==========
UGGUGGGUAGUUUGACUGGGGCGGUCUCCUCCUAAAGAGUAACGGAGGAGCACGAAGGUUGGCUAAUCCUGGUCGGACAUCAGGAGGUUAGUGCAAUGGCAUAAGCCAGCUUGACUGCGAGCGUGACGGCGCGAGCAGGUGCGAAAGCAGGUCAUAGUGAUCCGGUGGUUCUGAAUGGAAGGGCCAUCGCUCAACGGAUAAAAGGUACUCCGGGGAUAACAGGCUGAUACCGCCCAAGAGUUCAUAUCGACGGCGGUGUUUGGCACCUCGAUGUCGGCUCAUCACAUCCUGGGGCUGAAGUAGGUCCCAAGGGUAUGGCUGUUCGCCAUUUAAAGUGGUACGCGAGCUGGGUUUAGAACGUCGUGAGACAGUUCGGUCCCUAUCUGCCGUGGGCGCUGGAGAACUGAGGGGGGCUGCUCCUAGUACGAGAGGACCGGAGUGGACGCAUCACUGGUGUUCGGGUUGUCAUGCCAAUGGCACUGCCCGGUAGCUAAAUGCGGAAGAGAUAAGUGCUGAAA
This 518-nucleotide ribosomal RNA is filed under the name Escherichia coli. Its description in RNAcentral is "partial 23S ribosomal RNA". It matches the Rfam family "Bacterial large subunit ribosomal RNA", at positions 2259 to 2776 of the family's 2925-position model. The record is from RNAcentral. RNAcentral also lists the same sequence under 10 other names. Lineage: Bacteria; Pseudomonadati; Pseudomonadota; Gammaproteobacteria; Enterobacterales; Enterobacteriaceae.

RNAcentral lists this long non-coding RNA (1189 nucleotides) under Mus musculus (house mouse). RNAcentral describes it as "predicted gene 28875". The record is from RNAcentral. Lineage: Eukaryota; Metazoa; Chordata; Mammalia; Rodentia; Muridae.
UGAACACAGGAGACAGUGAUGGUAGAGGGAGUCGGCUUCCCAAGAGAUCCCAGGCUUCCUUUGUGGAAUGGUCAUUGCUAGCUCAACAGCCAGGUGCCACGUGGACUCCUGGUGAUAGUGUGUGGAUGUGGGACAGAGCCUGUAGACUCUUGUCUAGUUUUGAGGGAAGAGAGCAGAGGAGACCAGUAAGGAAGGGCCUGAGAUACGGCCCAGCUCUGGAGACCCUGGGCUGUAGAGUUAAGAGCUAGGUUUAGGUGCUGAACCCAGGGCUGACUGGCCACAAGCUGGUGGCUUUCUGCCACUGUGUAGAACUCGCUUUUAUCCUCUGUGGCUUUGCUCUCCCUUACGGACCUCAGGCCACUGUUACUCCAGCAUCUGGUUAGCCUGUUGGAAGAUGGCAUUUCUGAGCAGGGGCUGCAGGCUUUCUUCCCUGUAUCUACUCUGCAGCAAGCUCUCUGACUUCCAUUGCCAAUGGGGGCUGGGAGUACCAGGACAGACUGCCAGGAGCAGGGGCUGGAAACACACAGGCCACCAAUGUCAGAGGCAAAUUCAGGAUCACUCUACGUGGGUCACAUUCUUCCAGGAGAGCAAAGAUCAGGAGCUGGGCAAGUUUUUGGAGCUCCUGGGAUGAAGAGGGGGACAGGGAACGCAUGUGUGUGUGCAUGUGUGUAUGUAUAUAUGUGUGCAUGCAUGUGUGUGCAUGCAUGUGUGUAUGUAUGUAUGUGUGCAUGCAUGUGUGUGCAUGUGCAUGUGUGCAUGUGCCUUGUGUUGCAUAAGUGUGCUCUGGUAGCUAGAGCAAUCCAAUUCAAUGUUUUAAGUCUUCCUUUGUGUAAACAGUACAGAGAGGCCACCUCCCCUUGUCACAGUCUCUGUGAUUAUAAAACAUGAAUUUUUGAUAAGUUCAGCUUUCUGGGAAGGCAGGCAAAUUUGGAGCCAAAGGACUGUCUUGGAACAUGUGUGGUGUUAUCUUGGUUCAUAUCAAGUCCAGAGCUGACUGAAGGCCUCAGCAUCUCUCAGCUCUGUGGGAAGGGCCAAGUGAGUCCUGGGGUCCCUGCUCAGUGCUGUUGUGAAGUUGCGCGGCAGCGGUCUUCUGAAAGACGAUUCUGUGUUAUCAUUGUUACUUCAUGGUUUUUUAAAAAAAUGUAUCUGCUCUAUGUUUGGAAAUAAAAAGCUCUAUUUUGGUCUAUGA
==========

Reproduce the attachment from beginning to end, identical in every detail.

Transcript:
UGGUGGGUAGUUUGACUGGGGCGGUCUCCUCCUAAAGAGUAACGGAGGAGCACGAAGGUUGGCUAAUCCUGGUCGGACAUCAGGAGGUUAGUGCAAUGGCAUAAGCCAGCUUGACUGCGAGCGUGACGGCGCGAGCAGGUGCGAAAGCAGGUCAUAGUGAUCCGGUGGUUCUGAAUGGAAGGGCCAUCGCUCAACGGAUAAAAGGUACUCCGGGGAUAACAGGCUGAUACCGCCCAAGAGUUCAUAUCGACGGCGGUGUUUGGCACCUCGAUGUCGGCUCAUCACAUCCUGGGGCUGAAGUAGGUCCCAAGGGUAUGGCUGUUCGCCAUUUAAAGUGGUACGCGAGCUGGGUUUAGAACGUCGUGAGACAGUUCGGUCCCUAUCUGCCGUGGGCGCUGGAGAACUGAGGGGGGCUGCUCCUAGUACGAGAGGACCGGAGUGGACGCAUCACUGGUGUUCGGGUUGUCAUGCCAAUGGCACUGCCCGGUAGCUAAAUGCGGAAGAGAUAAGUGCUGAAA
This 518-nucleotide ribosomal RNA is filed under the name Escherichia coli. Its description in RNAcentral is "partial 23S ribosomal RNA". It matches the Rfam family "Bacterial large subunit ribosomal RNA", at positions 2259 to 2776 of the family's 2925-position model. The record is from RNAcentral. RNAcentral also lists the same sequence under 10 other names. Lineage: Bacteria; Pseudomonadati; Pseudomonadota; Gammaproteobacteria; Enterobacterales; Enterobacteriaceae.

RNAcentral lists this long non-coding RNA (1189 nucleotides) under Mus musculus (house mouse). RNAcentral describes it as "predicted gene 28875". The record is from RNAcentral. Lineage: Eukaryota; Metazoa; Chordata; Mammalia; Rodentia; Muridae.
UGAACACAGGAGACAGUGAUGGUAGAGGGAGUCGGCUUCCCAAGAGAUCCCAGGCUUCCUUUGUGGAAUGGUCAUUGCUAGCUCAACAGCCAGGUGCCACGUGGACUCCUGGUGAUAGUGUGUGGAUGUGGGACAGAGCCUGUAGACUCUUGUCUAGUUUUGAGGGAAGAGAGCAGAGGAGACCAGUAAGGAAGGGCCUGAGAUACGGCCCAGCUCUGGAGACCCUGGGCUGUAGAGUUAAGAGCUAGGUUUAGGUGCUGAACCCAGGGCUGACUGGCCACAAGCUGGUGGCUUUCUGCCACUGUGUAGAACUCGCUUUUAUCCUCUGUGGCUUUGCUCUCCCUUACGGACCUCAGGCCACUGUUACUCCAGCAUCUGGUUAGCCUGUUGGAAGAUGGCAUUUCUGAGCAGGGGCUGCAGGCUUUCUUCCCUGUAUCUACUCUGCAGCAAGCUCUCUGACUUCCAUUGCCAAUGGGGGCUGGGAGUACCAGGACAGACUGCCAGGAGCAGGGGCUGGAAACACACAGGCCACCAAUGUCAGAGGCAAAUUCAGGAUCACUCUACGUGGGUCACAUUCUUCCAGGAGAGCAAAGAUCAGGAGCUGGGCAAGUUUUUGGAGCUCCUGGGAUGAAGAGGGGGACAGGGAACGCAUGUGUGUGUGCAUGUGUGUAUGUAUAUAUGUGUGCAUGCAUGUGUGUGCAUGCAUGUGUGUAUGUAUGUAUGUGUGCAUGCAUGUGUGUGCAUGUGCAUGUGUGCAUGUGCCUUGUGUUGCAUAAGUGUGCUCUGGUAGCUAGAGCAAUCCAAUUCAAUGUUUUAAGUCUUCCUUUGUGUAAACAGUACAGAGAGGCCACCUCCCCUUGUCACAGUCUCUGUGAUUAUAAAACAUGAAUUUUUGAUAAGUUCAGCUUUCUGGGAAGGCAGGCAAAUUUGGAGCCAAAGGACUGUCUUGGAACAUGUGUGGUGUUAUCUUGGUUCAUAUCAAGUCCAGAGCUGACUGAAGGCCUCAGCAUCUCUCAGCUCUGUGGGAAGGGCCAAGUGAGUCCUGGGGUCCCUGCUCAGUGCUGUUGUGAAGUUGCGCGGCAGCGGUCUUCUGAAAGACGAUUCUGUGUUAUCAUUGUUACUUCAUGGUUUUUUAAAAAAAUGUAUCUGCUCUAUGUUUGGAAAUAAAAAGCUCUAUUUUGGUCUAUGA